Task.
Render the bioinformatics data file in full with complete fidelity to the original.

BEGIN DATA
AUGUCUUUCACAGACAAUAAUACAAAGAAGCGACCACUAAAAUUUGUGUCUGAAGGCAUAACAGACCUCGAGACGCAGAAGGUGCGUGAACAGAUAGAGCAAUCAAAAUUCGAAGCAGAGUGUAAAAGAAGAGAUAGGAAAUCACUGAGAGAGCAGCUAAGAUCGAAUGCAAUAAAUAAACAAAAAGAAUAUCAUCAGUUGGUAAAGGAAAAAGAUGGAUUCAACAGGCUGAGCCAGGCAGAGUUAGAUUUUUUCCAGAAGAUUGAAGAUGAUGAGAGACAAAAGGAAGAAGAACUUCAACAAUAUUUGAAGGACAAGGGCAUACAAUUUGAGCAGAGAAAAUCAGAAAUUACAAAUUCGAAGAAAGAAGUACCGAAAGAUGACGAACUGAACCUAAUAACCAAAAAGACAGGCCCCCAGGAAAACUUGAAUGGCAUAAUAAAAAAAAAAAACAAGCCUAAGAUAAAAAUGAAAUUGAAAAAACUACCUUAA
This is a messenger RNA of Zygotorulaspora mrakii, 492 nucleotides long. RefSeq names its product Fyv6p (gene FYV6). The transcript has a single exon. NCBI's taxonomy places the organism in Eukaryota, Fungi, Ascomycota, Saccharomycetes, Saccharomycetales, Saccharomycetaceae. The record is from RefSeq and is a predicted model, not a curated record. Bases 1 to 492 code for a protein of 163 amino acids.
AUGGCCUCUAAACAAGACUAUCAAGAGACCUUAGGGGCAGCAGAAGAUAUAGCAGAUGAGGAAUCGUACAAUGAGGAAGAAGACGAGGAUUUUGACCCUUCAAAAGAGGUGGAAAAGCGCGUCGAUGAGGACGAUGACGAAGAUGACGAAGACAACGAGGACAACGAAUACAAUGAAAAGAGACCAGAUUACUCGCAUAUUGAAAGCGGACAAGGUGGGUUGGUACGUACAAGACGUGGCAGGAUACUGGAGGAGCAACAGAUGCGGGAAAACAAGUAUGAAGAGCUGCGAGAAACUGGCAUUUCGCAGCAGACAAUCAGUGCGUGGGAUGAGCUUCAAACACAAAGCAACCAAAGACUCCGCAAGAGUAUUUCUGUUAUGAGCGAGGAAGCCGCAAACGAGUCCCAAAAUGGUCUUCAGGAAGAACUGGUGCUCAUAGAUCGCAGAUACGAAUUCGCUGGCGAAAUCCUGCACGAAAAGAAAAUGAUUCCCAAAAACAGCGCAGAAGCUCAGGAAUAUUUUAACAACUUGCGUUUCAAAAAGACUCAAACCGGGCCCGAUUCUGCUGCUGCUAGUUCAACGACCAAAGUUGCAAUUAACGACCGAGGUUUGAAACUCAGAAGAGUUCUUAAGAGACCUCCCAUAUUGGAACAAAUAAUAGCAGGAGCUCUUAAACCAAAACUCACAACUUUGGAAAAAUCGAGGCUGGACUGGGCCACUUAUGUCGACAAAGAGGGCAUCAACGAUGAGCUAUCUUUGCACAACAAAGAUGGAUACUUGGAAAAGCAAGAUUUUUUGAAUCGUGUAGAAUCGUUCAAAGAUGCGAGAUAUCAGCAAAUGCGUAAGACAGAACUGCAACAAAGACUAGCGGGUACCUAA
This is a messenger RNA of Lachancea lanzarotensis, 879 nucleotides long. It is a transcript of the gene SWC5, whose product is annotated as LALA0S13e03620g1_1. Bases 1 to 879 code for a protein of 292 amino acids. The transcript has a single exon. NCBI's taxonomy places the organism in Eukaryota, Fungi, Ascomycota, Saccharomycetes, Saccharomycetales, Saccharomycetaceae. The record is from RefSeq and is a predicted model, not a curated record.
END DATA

AUGUCUUUCACAGACAAUAAUACAAAGAAGCGACCACUAAAAUUUGUGUCUGAAGGCAUAACAGACCUCGAGACGCAGAAGGUGCGUGAACAGAUAGAGCAAUCAAAAUUCGAAGCAGAGUGUAAAAGAAGAGAUAGGAAAUCACUGAGAGAGCAGCUAAGAUCGAAUGCAAUAAAUAAACAAAAAGAAUAUCAUCAGUUGGUAAAGGAAAAAGAUGGAUUCAACAGGCUGAGCCAGGCAGAGUUAGAUUUUUUCCAGAAGAUUGAAGAUGAUGAGAGACAAAAGGAAGAAGAACUUCAACAAUAUUUGAAGGACAAGGGCAUACAAUUUGAGCAGAGAAAAUCAGAAAUUACAAAUUCGAAGAAAGAAGUACCGAAAGAUGACGAACUGAACCUAAUAACCAAAAAGACAGGCCCCCAGGAAAACUUGAAUGGCAUAAUAAAAAAAAAAAACAAGCCUAAGAUAAAAAUGAAAUUGAAAAAACUACCUUAA
This is a messenger RNA of Zygotorulaspora mrakii, 492 nucleotides long. RefSeq names its product Fyv6p (gene FYV6). The transcript has a single exon. NCBI's taxonomy places the organism in Eukaryota, Fungi, Ascomycota, Saccharomycetes, Saccharomycetales, Saccharomycetaceae. The record is from RefSeq and is a predicted model, not a curated record. Bases 1 to 492 code for a protein of 163 amino acids.
AUGGCCUCUAAACAAGACUAUCAAGAGACCUUAGGGGCAGCAGAAGAUAUAGCAGAUGAGGAAUCGUACAAUGAGGAAGAAGACGAGGAUUUUGACCCUUCAAAAGAGGUGGAAAAGCGCGUCGAUGAGGACGAUGACGAAGAUGACGAAGACAACGAGGACAACGAAUACAAUGAAAAGAGACCAGAUUACUCGCAUAUUGAAAGCGGACAAGGUGGGUUGGUACGUACAAGACGUGGCAGGAUACUGGAGGAGCAACAGAUGCGGGAAAACAAGUAUGAAGAGCUGCGAGAAACUGGCAUUUCGCAGCAGACAAUCAGUGCGUGGGAUGAGCUUCAAACACAAAGCAACCAAAGACUCCGCAAGAGUAUUUCUGUUAUGAGCGAGGAAGCCGCAAACGAGUCCCAAAAUGGUCUUCAGGAAGAACUGGUGCUCAUAGAUCGCAGAUACGAAUUCGCUGGCGAAAUCCUGCACGAAAAGAAAAUGAUUCCCAAAAACAGCGCAGAAGCUCAGGAAUAUUUUAACAACUUGCGUUUCAAAAAGACUCAAACCGGGCCCGAUUCUGCUGCUGCUAGUUCAACGACCAAAGUUGCAAUUAACGACCGAGGUUUGAAACUCAGAAGAGUUCUUAAGAGACCUCCCAUAUUGGAACAAAUAAUAGCAGGAGCUCUUAAACCAAAACUCACAACUUUGGAAAAAUCGAGGCUGGACUGGGCCACUUAUGUCGACAAAGAGGGCAUCAACGAUGAGCUAUCUUUGCACAACAAAGAUGGAUACUUGGAAAAGCAAGAUUUUUUGAAUCGUGUAGAAUCGUUCAAAGAUGCGAGAUAUCAGCAAAUGCGUAAGACAGAACUGCAACAAAGACUAGCGGGUACCUAA
This is a messenger RNA of Lachancea lanzarotensis, 879 nucleotides long. It is a transcript of the gene SWC5, whose product is annotated as LALA0S13e03620g1_1. Bases 1 to 879 code for a protein of 292 amino acids. The transcript has a single exon. NCBI's taxonomy places the organism in Eukaryota, Fungi, Ascomycota, Saccharomycetes, Saccharomycetales, Saccharomycetaceae. The record is from RefSeq and is a predicted model, not a curated record.